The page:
Ensuring a fair and transparent GE14

Director of Election Academy of EC Hasanul Isyraf Naim (left, in background) explaining the voting process at a mock voting centre.

THE Election Commission (EC) has invited representatives from Commonwealth and Asean countries to observe the coming general election, said its chairman Tan Sri Mohd Hashim Abdullah.

He said the countries include Canada, India, Australia, Maldives, Myanmar and Thailand.

“There are those who scold us claiming we do not allow foreign observers. They are asking us to invite certain organisations only.

“The EC has the power to extend invites and we have to choose fairly by picking non-political groups,” he said after launching the #jomkitasemak and #jomkitaundi campaigns in Arau, Perlis.

Mohd Hashim said the EC will invite universities to send their students as representatives to observe the process.

He said that during previous elections, they invited representatives from the Malaysian Common­wealth Studies Centre based in Cambridge, United Kingdom.

In the last general election, the EC invited 18 international observers to monitor the electoral process at several polling centres.

Mohd Hashim said there was a need to get more Malaysians to be registered voters.

“As of the fourth quarter of 2017, we have 14,968,304 voters eligible to vote this year, compared to about 18 mil Malaysians over the age of 21.

“This leaves us with 3.6 million unregistered potential voters, and considering the number of people reaching eligible age goes up by 500,000 every year, this is a serious issue for us to tackle,” he said.

Earlier in his speech, he said the EC had enough of accusations and was on the warpath against negative perceptions to ensure a smooth and transparent general election.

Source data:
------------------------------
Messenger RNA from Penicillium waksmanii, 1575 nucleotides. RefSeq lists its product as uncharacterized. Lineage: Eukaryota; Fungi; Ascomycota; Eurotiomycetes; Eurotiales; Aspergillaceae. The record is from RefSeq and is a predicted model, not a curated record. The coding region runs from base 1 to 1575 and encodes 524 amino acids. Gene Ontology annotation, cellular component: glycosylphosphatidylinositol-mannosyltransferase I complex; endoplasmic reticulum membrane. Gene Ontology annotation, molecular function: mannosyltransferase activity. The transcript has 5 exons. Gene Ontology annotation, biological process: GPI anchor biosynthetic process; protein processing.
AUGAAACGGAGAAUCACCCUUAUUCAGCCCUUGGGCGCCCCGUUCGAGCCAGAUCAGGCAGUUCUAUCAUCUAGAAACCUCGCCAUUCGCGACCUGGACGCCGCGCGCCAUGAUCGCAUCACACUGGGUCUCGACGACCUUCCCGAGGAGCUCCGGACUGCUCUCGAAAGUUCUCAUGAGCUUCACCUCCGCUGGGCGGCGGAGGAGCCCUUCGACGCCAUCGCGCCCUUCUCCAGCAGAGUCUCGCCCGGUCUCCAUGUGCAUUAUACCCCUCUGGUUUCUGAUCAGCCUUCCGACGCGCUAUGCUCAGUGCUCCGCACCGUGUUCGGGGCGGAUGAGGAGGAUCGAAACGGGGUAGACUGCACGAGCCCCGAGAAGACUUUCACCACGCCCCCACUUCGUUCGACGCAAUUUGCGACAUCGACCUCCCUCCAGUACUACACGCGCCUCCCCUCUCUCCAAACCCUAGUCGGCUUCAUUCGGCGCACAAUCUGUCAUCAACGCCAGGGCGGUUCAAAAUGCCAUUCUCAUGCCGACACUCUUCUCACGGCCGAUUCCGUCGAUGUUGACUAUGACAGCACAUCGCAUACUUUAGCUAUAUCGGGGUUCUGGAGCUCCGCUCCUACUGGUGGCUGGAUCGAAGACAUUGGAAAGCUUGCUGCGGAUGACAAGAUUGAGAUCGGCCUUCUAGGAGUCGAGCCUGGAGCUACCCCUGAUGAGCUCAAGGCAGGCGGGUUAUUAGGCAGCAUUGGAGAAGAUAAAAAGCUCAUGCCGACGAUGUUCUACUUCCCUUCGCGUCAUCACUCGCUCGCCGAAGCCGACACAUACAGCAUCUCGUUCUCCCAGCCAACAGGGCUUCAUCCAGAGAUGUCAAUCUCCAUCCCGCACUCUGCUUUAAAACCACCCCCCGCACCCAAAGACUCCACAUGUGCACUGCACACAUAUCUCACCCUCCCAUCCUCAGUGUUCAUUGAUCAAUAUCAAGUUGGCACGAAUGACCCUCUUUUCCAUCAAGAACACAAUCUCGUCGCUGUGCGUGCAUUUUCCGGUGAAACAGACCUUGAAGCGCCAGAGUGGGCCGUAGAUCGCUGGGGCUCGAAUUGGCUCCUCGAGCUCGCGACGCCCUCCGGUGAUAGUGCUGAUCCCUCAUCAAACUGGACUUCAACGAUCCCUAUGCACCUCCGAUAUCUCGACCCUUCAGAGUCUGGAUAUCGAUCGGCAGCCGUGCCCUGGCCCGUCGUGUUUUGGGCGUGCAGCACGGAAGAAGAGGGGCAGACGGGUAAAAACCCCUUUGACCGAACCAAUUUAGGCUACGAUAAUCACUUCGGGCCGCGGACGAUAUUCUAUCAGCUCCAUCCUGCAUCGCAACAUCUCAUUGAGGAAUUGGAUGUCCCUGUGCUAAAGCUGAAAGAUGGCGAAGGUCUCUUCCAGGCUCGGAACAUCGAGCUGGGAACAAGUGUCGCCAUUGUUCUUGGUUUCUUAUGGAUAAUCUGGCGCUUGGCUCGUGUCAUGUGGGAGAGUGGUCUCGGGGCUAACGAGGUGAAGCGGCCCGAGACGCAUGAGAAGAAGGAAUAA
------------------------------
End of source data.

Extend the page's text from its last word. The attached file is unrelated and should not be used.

He said there had been claims that the commission was “unfair, wrong and partisan” among others.

“Some parties have been spreading negative comments about the EC and are in fact encouraging others to do the same thing. What is their intention?

“They are making all these comments even before polling. Isn’t that a bad thing?” he asked.

Just before the launch, reporters received a special briefing which included a simulation of the voting and counting processes to prove there was no room for misconduct or manipulation.

Hashim, who would be spearheading the general election for the first time, urged political parties and their candidates to appoint sufficient agents to observe the polling and counting processes to avoid complications and accusations.

On the re-delineation process, he said his task went as far as submitting the report to the Prime Minister and that it was up to Datuk Seri Najib Tun Razak to call the shots.

"He can choose to table it in Parliament or if he dissolves Parliament without tabling it, we can always run with what we have.

“Once gazetted, the EC will be able to implement the re-delineation immediately and we are ready to do so,” he said.

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